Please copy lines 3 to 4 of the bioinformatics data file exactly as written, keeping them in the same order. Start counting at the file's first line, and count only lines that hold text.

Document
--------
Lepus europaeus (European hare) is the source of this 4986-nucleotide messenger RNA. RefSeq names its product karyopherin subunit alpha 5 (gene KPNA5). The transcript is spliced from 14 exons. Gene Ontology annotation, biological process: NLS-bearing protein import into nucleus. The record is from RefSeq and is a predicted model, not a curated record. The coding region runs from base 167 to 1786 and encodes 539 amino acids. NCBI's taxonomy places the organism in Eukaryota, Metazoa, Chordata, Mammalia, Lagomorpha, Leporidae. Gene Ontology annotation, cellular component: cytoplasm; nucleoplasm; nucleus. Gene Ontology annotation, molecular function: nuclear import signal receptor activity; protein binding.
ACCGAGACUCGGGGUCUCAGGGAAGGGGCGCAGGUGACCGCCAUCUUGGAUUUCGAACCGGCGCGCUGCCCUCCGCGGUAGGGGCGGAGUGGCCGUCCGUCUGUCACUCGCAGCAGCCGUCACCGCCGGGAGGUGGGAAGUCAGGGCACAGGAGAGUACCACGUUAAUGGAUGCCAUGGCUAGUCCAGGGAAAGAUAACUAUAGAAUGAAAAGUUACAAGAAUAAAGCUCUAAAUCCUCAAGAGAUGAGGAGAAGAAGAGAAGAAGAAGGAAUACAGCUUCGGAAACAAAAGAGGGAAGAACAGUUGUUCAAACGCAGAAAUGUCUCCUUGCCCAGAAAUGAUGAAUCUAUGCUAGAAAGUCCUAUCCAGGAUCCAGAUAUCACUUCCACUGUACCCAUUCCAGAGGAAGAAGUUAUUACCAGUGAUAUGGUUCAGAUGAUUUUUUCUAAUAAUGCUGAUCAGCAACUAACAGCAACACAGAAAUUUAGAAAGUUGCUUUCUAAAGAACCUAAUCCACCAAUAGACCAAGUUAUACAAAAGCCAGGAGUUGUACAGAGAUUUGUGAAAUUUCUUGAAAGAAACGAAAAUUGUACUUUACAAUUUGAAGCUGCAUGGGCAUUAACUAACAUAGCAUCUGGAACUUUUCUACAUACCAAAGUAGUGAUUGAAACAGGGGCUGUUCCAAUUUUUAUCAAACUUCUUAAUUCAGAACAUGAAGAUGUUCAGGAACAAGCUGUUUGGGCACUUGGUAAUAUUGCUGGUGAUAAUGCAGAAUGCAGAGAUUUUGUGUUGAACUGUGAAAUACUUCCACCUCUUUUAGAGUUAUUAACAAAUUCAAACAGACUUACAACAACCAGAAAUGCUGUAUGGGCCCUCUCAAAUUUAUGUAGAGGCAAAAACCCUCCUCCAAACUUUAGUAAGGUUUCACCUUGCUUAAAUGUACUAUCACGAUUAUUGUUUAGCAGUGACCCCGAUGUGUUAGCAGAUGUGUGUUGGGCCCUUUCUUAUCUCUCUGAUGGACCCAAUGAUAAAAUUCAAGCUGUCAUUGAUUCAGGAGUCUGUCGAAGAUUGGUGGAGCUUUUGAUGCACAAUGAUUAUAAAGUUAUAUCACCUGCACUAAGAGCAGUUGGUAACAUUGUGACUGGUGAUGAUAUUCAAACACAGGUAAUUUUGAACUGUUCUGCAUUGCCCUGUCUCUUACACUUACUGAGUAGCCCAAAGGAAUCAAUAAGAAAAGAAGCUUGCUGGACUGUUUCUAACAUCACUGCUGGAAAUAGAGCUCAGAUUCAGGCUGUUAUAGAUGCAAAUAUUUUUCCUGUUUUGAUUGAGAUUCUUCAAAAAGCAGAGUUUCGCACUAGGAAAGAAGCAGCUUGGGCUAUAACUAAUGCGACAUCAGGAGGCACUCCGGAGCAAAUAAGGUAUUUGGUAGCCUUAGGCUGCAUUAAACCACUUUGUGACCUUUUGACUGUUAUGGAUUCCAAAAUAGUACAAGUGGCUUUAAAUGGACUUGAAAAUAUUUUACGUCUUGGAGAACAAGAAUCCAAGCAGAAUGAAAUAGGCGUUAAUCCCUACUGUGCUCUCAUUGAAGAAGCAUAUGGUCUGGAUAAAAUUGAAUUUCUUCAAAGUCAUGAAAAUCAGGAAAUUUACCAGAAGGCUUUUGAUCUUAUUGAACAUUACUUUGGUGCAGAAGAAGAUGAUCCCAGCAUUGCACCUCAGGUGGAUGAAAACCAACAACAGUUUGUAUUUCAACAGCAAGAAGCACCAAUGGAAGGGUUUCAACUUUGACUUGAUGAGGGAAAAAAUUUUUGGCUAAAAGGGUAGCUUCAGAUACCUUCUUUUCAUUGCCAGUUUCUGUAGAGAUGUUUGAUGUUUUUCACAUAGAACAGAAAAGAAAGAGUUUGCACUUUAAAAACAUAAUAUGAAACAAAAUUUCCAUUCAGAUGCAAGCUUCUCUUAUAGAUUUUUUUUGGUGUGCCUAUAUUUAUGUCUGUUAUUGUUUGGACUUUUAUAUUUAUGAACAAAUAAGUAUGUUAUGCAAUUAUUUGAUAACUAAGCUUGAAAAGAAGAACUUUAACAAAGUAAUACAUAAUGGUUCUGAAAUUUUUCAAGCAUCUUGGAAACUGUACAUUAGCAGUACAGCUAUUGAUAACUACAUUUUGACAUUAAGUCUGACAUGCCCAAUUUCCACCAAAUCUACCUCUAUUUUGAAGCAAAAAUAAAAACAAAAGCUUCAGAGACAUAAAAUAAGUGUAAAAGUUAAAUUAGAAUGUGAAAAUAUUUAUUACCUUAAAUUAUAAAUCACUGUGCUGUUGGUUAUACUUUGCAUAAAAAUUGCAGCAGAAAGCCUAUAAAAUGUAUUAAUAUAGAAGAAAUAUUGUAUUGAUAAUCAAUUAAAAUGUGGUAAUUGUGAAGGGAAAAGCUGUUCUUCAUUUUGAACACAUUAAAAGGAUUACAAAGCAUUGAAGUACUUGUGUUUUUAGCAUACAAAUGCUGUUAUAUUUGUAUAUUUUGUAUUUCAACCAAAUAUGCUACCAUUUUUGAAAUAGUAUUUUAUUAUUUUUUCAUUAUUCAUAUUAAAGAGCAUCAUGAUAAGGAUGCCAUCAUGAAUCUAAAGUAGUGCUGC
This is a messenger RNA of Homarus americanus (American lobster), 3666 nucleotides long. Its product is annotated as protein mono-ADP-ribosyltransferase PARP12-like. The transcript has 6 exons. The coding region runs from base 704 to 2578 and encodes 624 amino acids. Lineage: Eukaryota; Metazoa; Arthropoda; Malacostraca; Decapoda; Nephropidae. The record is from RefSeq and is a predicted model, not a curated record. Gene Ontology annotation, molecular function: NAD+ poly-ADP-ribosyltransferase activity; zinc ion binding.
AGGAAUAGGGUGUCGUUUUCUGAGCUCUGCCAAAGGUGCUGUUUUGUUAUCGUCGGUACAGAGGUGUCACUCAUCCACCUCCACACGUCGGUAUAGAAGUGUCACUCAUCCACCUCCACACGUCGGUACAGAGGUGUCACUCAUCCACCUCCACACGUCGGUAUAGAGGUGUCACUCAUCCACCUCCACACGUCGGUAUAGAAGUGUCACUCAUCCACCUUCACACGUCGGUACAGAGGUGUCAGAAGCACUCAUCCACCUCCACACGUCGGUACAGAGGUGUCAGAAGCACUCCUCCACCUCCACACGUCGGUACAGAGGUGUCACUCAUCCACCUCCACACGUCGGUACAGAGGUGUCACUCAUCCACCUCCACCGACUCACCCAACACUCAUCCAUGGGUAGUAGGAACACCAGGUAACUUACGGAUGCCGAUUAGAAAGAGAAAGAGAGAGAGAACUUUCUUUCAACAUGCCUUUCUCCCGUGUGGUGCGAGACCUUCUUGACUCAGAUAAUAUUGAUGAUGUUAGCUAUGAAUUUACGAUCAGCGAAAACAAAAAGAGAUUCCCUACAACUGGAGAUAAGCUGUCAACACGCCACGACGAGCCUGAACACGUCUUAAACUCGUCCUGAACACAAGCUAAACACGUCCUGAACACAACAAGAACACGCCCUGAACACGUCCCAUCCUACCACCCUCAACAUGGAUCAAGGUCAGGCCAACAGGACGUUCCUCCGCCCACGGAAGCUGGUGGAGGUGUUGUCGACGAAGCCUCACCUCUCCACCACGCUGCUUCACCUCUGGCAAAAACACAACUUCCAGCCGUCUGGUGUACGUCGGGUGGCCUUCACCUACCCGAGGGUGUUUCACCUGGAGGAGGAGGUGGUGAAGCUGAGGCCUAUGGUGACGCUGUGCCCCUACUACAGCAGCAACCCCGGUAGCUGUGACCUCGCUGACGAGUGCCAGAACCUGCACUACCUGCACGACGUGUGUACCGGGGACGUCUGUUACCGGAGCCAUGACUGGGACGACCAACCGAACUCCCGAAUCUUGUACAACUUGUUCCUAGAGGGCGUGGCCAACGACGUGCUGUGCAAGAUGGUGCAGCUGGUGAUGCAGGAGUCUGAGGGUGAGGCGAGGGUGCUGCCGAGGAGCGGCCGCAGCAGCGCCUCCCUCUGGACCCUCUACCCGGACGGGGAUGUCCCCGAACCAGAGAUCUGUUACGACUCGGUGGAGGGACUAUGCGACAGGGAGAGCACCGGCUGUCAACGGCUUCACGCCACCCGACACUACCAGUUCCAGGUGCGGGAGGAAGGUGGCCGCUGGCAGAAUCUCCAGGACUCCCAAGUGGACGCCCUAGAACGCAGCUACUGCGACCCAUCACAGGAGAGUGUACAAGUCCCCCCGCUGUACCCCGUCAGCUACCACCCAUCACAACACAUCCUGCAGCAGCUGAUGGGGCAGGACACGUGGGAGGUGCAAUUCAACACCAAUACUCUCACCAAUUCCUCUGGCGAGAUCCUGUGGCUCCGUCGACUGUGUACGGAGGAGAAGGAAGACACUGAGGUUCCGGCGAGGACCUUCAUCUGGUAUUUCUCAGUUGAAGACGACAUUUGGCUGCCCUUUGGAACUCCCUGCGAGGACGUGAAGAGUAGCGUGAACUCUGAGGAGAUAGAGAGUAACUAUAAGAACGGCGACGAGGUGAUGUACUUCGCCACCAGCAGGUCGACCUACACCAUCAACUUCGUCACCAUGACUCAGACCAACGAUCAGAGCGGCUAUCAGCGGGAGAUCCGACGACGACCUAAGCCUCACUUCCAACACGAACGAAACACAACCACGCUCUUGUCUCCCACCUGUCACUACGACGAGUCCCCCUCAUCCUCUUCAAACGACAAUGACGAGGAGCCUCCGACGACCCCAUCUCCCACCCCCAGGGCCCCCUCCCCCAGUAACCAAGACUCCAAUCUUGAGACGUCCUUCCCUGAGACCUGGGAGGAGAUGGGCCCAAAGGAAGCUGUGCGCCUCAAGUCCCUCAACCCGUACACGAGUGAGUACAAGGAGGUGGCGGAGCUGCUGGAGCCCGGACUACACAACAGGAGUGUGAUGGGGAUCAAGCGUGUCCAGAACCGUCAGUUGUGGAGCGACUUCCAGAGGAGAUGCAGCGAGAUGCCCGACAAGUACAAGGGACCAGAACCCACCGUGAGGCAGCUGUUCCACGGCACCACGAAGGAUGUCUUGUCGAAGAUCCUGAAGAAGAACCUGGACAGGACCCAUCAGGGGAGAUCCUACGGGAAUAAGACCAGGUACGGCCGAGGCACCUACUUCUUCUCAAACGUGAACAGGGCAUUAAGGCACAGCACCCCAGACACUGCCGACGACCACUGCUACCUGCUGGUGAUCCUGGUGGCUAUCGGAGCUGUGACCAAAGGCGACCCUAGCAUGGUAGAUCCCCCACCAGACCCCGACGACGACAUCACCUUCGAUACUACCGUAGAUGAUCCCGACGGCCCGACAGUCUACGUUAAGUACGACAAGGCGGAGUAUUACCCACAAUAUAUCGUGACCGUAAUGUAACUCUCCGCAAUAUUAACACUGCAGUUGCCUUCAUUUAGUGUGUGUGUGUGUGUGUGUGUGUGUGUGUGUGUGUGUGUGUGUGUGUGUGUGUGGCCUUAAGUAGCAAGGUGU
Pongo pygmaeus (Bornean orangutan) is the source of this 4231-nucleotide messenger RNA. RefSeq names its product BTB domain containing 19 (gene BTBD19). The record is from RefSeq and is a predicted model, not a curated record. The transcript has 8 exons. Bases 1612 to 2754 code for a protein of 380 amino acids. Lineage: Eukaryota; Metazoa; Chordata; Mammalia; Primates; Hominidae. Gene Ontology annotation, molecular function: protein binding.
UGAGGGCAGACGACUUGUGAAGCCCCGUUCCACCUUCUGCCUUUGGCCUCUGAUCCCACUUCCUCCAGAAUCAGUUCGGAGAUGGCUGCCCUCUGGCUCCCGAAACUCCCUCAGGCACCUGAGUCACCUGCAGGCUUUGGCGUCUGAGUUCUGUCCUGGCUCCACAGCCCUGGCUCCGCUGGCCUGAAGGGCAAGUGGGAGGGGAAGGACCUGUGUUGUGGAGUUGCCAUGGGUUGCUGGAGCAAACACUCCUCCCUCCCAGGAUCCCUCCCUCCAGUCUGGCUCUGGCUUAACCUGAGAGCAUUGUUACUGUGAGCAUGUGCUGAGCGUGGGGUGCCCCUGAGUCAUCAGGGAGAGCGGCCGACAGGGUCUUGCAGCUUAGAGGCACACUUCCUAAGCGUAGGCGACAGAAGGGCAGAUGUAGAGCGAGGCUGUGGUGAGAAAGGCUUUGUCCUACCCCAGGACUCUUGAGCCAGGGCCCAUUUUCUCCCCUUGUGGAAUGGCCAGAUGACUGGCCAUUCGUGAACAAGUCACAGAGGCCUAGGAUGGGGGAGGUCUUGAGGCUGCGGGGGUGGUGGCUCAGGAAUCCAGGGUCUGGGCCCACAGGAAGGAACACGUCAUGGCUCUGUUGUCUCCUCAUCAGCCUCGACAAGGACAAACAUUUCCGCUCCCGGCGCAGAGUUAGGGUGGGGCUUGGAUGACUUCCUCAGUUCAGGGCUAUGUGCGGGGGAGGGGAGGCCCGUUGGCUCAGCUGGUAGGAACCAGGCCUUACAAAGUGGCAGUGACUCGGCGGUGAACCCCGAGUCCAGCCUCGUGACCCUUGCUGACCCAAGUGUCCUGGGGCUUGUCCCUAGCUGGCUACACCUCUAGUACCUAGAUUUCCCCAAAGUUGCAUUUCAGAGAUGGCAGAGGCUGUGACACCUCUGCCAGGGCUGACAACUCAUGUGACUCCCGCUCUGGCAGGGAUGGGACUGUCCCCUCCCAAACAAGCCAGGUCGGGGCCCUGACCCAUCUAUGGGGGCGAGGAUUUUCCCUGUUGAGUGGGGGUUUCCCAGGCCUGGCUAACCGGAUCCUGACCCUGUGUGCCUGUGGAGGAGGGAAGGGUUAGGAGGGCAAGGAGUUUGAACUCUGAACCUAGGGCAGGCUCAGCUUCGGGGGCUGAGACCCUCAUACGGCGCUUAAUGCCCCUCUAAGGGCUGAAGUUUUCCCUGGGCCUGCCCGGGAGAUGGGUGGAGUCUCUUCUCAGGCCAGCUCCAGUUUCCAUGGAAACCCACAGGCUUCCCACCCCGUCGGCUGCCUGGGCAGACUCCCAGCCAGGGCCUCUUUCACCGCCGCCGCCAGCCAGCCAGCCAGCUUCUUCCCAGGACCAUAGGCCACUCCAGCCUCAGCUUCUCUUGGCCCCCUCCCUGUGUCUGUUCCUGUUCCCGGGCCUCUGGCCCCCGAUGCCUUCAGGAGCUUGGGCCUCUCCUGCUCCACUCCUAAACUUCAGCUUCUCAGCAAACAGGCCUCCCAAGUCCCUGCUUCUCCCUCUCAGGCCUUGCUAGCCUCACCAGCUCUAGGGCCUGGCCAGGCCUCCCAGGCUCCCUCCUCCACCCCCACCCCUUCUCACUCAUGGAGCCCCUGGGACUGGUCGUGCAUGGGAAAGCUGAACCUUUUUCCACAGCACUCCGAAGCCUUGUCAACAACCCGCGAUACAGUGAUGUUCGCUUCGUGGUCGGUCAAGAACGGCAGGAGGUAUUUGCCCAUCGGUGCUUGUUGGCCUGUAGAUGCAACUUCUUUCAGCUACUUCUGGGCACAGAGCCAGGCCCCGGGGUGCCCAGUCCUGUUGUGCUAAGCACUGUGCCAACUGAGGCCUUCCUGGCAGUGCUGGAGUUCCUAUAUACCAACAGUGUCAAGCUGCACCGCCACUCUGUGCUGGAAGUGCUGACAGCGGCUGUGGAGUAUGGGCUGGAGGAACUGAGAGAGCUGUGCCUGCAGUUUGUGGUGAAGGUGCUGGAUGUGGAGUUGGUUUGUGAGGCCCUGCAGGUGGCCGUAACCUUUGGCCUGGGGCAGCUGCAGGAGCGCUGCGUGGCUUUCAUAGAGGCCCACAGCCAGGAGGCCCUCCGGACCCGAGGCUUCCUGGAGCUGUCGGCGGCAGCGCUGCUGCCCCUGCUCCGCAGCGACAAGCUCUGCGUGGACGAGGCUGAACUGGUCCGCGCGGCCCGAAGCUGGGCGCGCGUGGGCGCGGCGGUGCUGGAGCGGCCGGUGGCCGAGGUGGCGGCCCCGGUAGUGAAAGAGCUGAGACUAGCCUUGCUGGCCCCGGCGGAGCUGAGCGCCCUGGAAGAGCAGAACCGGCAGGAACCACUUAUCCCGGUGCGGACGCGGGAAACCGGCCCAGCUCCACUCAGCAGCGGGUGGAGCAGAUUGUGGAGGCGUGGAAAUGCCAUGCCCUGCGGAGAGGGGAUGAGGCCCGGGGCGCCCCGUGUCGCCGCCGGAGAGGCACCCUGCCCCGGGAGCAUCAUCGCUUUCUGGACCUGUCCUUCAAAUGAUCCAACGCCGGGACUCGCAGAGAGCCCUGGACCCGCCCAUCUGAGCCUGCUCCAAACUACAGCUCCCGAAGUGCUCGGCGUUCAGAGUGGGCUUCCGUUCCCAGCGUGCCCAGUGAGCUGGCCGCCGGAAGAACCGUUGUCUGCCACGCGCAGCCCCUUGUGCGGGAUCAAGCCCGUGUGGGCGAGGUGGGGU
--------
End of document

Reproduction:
This is a messenger RNA of Homarus americanus (American lobster), 3666 nucleotides long. Its product is annotated as protein mono-ADP-ribosyltransferase PARP12-like. The transcript has 6 exons. The coding region runs from base 704 to 2578 and encodes 624 amino acids. Lineage: Eukaryota; Metazoa; Arthropoda; Malacostraca; Decapoda; Nephropidae. The record is from RefSeq and is a predicted model, not a curated record. Gene Ontology annotation, molecular function: NAD+ poly-ADP-ribosyltransferase activity; zinc ion binding.
AGGAAUAGGGUGUCGUUUUCUGAGCUCUGCCAAAGGUGCUGUUUUGUUAUCGUCGGUACAGAGGUGUCACUCAUCCACCUCCACACGUCGGUAUAGAAGUGUCACUCAUCCACCUCCACACGUCGGUACAGAGGUGUCACUCAUCCACCUCCACACGUCGGUAUAGAGGUGUCACUCAUCCACCUCCACACGUCGGUAUAGAAGUGUCACUCAUCCACCUUCACACGUCGGUACAGAGGUGUCAGAAGCACUCAUCCACCUCCACACGUCGGUACAGAGGUGUCAGAAGCACUCCUCCACCUCCACACGUCGGUACAGAGGUGUCACUCAUCCACCUCCACACGUCGGUACAGAGGUGUCACUCAUCCACCUCCACCGACUCACCCAACACUCAUCCAUGGGUAGUAGGAACACCAGGUAACUUACGGAUGCCGAUUAGAAAGAGAAAGAGAGAGAGAACUUUCUUUCAACAUGCCUUUCUCCCGUGUGGUGCGAGACCUUCUUGACUCAGAUAAUAUUGAUGAUGUUAGCUAUGAAUUUACGAUCAGCGAAAACAAAAAGAGAUUCCCUACAACUGGAGAUAAGCUGUCAACACGCCACGACGAGCCUGAACACGUCUUAAACUCGUCCUGAACACAAGCUAAACACGUCCUGAACACAACAAGAACACGCCCUGAACACGUCCCAUCCUACCACCCUCAACAUGGAUCAAGGUCAGGCCAACAGGACGUUCCUCCGCCCACGGAAGCUGGUGGAGGUGUUGUCGACGAAGCCUCACCUCUCCACCACGCUGCUUCACCUCUGGCAAAAACACAACUUCCAGCCGUCUGGUGUACGUCGGGUGGCCUUCACCUACCCGAGGGUGUUUCACCUGGAGGAGGAGGUGGUGAAGCUGAGGCCUAUGGUGACGCUGUGCCCCUACUACAGCAGCAACCCCGGUAGCUGUGACCUCGCUGACGAGUGCCAGAACCUGCACUACCUGCACGACGUGUGUACCGGGGACGUCUGUUACCGGAGCCAUGACUGGGACGACCAACCGAACUCCCGAAUCUUGUACAACUUGUUCCUAGAGGGCGUGGCCAACGACGUGCUGUGCAAGAUGGUGCAGCUGGUGAUGCAGGAGUCUGAGGGUGAGGCGAGGGUGCUGCCGAGGAGCGGCCGCAGCAGCGCCUCCCUCUGGACCCUCUACCCGGACGGGGAUGUCCCCGAACCAGAGAUCUGUUACGACUCGGUGGAGGGACUAUGCGACAGGGAGAGCACCGGCUGUCAACGGCUUCACGCCACCCGACACUACCAGUUCCAGGUGCGGGAGGAAGGUGGCCGCUGGCAGAAUCUCCAGGACUCCCAAGUGGACGCCCUAGAACGCAGCUACUGCGACCCAUCACAGGAGAGUGUACAAGUCCCCCCGCUGUACCCCGUCAGCUACCACCCAUCACAACACAUCCUGCAGCAGCUGAUGGGGCAGGACACGUGGGAGGUGCAAUUCAACACCAAUACUCUCACCAAUUCCUCUGGCGAGAUCCUGUGGCUCCGUCGACUGUGUACGGAGGAGAAGGAAGACACUGAGGUUCCGGCGAGGACCUUCAUCUGGUAUUUCUCAGUUGAAGACGACAUUUGGCUGCCCUUUGGAACUCCCUGCGAGGACGUGAAGAGUAGCGUGAACUCUGAGGAGAUAGAGAGUAACUAUAAGAACGGCGACGAGGUGAUGUACUUCGCCACCAGCAGGUCGACCUACACCAUCAACUUCGUCACCAUGACUCAGACCAACGAUCAGAGCGGCUAUCAGCGGGAGAUCCGACGACGACCUAAGCCUCACUUCCAACACGAACGAAACACAACCACGCUCUUGUCUCCCACCUGUCACUACGACGAGUCCCCCUCAUCCUCUUCAAACGACAAUGACGAGGAGCCUCCGACGACCCCAUCUCCCACCCCCAGGGCCCCCUCCCCCAGUAACCAAGACUCCAAUCUUGAGACGUCCUUCCCUGAGACCUGGGAGGAGAUGGGCCCAAAGGAAGCUGUGCGCCUCAAGUCCCUCAACCCGUACACGAGUGAGUACAAGGAGGUGGCGGAGCUGCUGGAGCCCGGACUACACAACAGGAGUGUGAUGGGGAUCAAGCGUGUCCAGAACCGUCAGUUGUGGAGCGACUUCCAGAGGAGAUGCAGCGAGAUGCCCGACAAGUACAAGGGACCAGAACCCACCGUGAGGCAGCUGUUCCACGGCACCACGAAGGAUGUCUUGUCGAAGAUCCUGAAGAAGAACCUGGACAGGACCCAUCAGGGGAGAUCCUACGGGAAUAAGACCAGGUACGGCCGAGGCACCUACUUCUUCUCAAACGUGAACAGGGCAUUAAGGCACAGCACCCCAGACACUGCCGACGACCACUGCUACCUGCUGGUGAUCCUGGUGGCUAUCGGAGCUGUGACCAAAGGCGACCCUAGCAUGGUAGAUCCCCCACCAGACCCCGACGACGACAUCACCUUCGAUACUACCGUAGAUGAUCCCGACGGCCCGACAGUCUACGUUAAGUACGACAAGGCGGAGUAUUACCCACAAUAUAUCGUGACCGUAAUGUAACUCUCCGCAAUAUUAACACUGCAGUUGCCUUCAUUUAGUGUGUGUGUGUGUGUGUGUGUGUGUGUGUGUGUGUGUGUGUGUGUGUGUGUGUGGCCUUAAGUAGCAAGGUGU